Q: You talk about consistency over the course of the season and keeping an even plane. Is it hard to do this time of year or do you find it more important to be the same guy you’ve been from the preseason right on through?
TB: I think consistency as a team and as an individual and what you bring to the table always has to be really important. That’s what professional athletes do and that’s something that really, you learn to do because you can’t ride the highs and lows of the season because the season’s too long and you don’t have enough emotional energy to go up and down and up and down. You just try to put it all in as best you can and watch the guys who do it pretty well and learn from them. But yeah, going out there and being consistent and dependable is what you hope for as a football team. I hope we know what we’re going to get out of each other this week. We put a lot of time and energy into our preparation ‘ all the games, all the practices and it comes down to one game.
Q: You put another player [Brandon Spikes] on injured reserve this week. Do guys not even blink anymore at this since it has become a common thing and you still have gotten this far?
TB: Yeah, there have been a lot of guys put on injured reserve and it’s happened to plenty of other teams too. You have to learn to deal with it and overcome the adversity of it. Hopefully the guys who are filling in are capable of doing the job. We’ve been able to sustain to this point. We have to be able to continue to do it.
Q: Why has this team been able to sustain. What’s been the key?
TB: The guys who have taken those roles have come in and done a good job. We just have made the critical plays when it mattered most. No matter who was out there at what position, we won enough games to put ourselves in a position to get us to this point. It’s fierce competition in the NFL every week and you have to be at your best and do it as consistently as possible. That’s going to be another really important thing this week ‘ to be at our best.
Q: How encouraging is it that running game has really clicked the past few weeks heading into cold, playoff-type football?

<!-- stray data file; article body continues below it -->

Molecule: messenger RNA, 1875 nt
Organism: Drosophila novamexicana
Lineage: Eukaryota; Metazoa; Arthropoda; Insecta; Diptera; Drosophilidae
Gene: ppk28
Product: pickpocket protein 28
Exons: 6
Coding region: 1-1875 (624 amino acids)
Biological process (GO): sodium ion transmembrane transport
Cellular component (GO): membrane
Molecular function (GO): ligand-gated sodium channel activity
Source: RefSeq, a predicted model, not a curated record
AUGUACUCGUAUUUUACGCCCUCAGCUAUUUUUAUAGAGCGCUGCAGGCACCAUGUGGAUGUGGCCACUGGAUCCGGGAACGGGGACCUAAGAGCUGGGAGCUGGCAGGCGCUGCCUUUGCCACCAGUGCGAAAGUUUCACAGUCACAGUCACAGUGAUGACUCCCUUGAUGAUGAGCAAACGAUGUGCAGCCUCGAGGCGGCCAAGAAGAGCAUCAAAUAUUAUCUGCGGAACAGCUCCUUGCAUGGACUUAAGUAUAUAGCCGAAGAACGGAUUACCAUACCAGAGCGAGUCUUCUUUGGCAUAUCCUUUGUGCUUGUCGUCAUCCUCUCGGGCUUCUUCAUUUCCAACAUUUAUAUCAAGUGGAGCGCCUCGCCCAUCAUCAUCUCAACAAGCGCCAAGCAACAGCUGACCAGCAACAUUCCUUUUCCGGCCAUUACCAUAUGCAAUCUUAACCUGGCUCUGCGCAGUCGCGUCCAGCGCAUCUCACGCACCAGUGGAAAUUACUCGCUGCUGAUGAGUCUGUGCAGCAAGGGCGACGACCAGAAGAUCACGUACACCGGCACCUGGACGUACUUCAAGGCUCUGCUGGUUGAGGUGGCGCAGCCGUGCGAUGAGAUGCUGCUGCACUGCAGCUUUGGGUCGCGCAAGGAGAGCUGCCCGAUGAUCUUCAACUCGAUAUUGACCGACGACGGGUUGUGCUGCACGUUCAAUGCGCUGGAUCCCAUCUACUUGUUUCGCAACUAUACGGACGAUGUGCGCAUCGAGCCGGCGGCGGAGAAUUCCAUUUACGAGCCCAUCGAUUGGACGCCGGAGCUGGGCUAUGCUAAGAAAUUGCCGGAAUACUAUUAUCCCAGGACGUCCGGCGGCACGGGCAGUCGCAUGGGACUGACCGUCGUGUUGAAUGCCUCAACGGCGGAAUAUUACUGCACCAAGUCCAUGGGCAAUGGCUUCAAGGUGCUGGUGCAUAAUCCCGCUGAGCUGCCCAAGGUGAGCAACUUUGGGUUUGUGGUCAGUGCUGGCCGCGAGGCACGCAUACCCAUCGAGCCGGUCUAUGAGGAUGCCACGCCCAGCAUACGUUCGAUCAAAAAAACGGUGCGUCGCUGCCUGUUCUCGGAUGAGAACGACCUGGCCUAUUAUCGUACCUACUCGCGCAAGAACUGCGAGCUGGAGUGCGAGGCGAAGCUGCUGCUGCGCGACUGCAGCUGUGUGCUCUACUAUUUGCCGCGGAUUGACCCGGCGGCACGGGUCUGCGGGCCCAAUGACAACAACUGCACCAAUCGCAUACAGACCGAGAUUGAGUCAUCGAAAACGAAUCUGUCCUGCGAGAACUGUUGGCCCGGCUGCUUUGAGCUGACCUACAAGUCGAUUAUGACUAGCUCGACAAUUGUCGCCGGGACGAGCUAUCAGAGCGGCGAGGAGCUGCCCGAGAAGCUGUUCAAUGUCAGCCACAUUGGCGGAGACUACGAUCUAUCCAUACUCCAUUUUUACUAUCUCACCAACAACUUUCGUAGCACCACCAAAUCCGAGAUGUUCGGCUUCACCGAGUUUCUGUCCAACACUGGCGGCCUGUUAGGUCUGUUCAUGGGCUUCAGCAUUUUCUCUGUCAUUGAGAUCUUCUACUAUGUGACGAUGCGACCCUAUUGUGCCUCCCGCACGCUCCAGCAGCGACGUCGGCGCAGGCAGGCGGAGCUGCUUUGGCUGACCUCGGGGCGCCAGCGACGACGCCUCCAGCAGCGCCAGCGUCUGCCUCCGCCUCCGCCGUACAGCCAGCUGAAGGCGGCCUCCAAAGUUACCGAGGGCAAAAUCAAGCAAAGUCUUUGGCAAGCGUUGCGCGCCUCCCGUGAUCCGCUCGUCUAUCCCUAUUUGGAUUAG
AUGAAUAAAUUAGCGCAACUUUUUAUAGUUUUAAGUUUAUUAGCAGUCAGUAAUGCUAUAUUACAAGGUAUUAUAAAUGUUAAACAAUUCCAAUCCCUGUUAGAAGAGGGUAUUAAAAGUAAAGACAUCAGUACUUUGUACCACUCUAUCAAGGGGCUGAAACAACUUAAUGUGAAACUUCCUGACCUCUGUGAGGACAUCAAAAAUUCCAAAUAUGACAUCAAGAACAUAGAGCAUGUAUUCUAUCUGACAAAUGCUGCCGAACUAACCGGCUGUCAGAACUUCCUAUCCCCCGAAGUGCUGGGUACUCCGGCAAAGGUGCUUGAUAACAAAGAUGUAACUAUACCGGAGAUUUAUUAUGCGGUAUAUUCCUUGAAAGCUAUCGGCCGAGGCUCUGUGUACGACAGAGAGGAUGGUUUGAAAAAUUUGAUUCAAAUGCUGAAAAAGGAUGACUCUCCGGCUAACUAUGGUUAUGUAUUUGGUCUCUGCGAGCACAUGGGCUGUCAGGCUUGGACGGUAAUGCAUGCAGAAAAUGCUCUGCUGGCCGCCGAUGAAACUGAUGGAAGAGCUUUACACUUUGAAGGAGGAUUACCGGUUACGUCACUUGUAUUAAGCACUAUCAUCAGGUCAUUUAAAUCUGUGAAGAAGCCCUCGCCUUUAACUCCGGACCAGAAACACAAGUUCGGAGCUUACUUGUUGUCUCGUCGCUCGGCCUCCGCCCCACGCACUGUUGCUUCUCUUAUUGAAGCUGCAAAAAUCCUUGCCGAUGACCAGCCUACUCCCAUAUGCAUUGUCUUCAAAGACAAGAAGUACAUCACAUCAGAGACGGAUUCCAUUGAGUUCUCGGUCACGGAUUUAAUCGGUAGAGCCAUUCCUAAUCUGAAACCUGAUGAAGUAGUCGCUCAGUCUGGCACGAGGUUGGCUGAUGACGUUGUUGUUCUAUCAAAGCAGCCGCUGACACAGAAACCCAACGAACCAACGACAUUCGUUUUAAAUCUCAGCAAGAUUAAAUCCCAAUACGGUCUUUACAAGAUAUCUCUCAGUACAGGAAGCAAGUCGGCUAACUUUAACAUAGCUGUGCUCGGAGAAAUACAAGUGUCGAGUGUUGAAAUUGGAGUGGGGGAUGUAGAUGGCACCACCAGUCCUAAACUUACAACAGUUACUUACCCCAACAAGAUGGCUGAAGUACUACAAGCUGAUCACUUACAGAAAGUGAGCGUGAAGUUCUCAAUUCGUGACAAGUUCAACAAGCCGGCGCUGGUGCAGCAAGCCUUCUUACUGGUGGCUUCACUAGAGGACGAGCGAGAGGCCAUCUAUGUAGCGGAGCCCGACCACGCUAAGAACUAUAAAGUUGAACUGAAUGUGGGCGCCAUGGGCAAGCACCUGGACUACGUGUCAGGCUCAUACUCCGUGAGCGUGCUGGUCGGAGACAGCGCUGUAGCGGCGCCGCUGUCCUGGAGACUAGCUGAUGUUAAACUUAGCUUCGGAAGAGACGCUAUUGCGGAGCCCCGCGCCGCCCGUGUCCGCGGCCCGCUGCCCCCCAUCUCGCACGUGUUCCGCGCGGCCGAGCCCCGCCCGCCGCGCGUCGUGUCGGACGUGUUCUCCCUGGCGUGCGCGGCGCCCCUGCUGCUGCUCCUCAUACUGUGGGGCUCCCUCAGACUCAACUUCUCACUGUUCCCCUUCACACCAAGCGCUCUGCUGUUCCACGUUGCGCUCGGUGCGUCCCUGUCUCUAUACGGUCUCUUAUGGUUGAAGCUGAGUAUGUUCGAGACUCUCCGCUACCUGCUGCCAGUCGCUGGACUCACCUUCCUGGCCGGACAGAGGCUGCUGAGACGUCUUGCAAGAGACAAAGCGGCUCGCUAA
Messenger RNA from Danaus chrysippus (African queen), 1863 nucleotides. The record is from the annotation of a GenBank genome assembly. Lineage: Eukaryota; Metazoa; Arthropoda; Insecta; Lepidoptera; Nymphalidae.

TB: Our running game has been really good all year. Truthfully it’s been really a great strength of our team ‘ our ability to run and I think that’s our offensive line and how physical they are and how consistent have been this year. That’s been a big strength of our team to take a lot of pressure off our passing game. The way the running backs have run ‘ Stevan [Ridley] and LeGarrette [Blount] and Shane [Vereen] have been great. We have to keep that as a strength of ours. Guys that are able to go in there and really impose their physical style of play against the other team and the way we did it two weeks ago against Buffalo was awesome, the end of the Baltimore game was awesome. Hopefully we can go out and stay balanced this week and try to keep them off balance so they really don’t get a beat on what we’re trying to do. It’s going to take a lot of great efforts from a lot of guys so hopefully we’re in a position to do that.
Q: How have you changed your approach in the playoffs since your early seasons? There’s footage of you head-butting teammates before your first Super bowl. Do you still do that before games? Do you still get that excited?
TB: I’m pretty emotional. It just depends on the moment. I’m a pretty emotional player. All the guys are emotional and they try to bring it and it’s an emotional sport.
Q: Do you still head-butt people before the games?
TB: I have, yes.
Patriots LB, Jerod Mayo, talks about the high praise he's been receiving from coach Belichick, trying to forget about last year, and what the team hopes from the defense.
Patriots WR, Danny Amendola, joined the show for a bit to talk about his health, the evolution of the playbook, and the heated battles between the offense and defense.
WEEI.com's Mike Petraglia and Chris Price discuss Wednesday's Patriots practice, which featured Brandon Browner getting into it with Kenbrell Thompkins and a couple others.
Jackie Mac joins the guys to discuss her thoughts on a possible mid-season tournament in the NBA, LeBron's return to Cleveland, trade rumors with the Celtics and Red Sox, and Darrelle Revis' contract situation.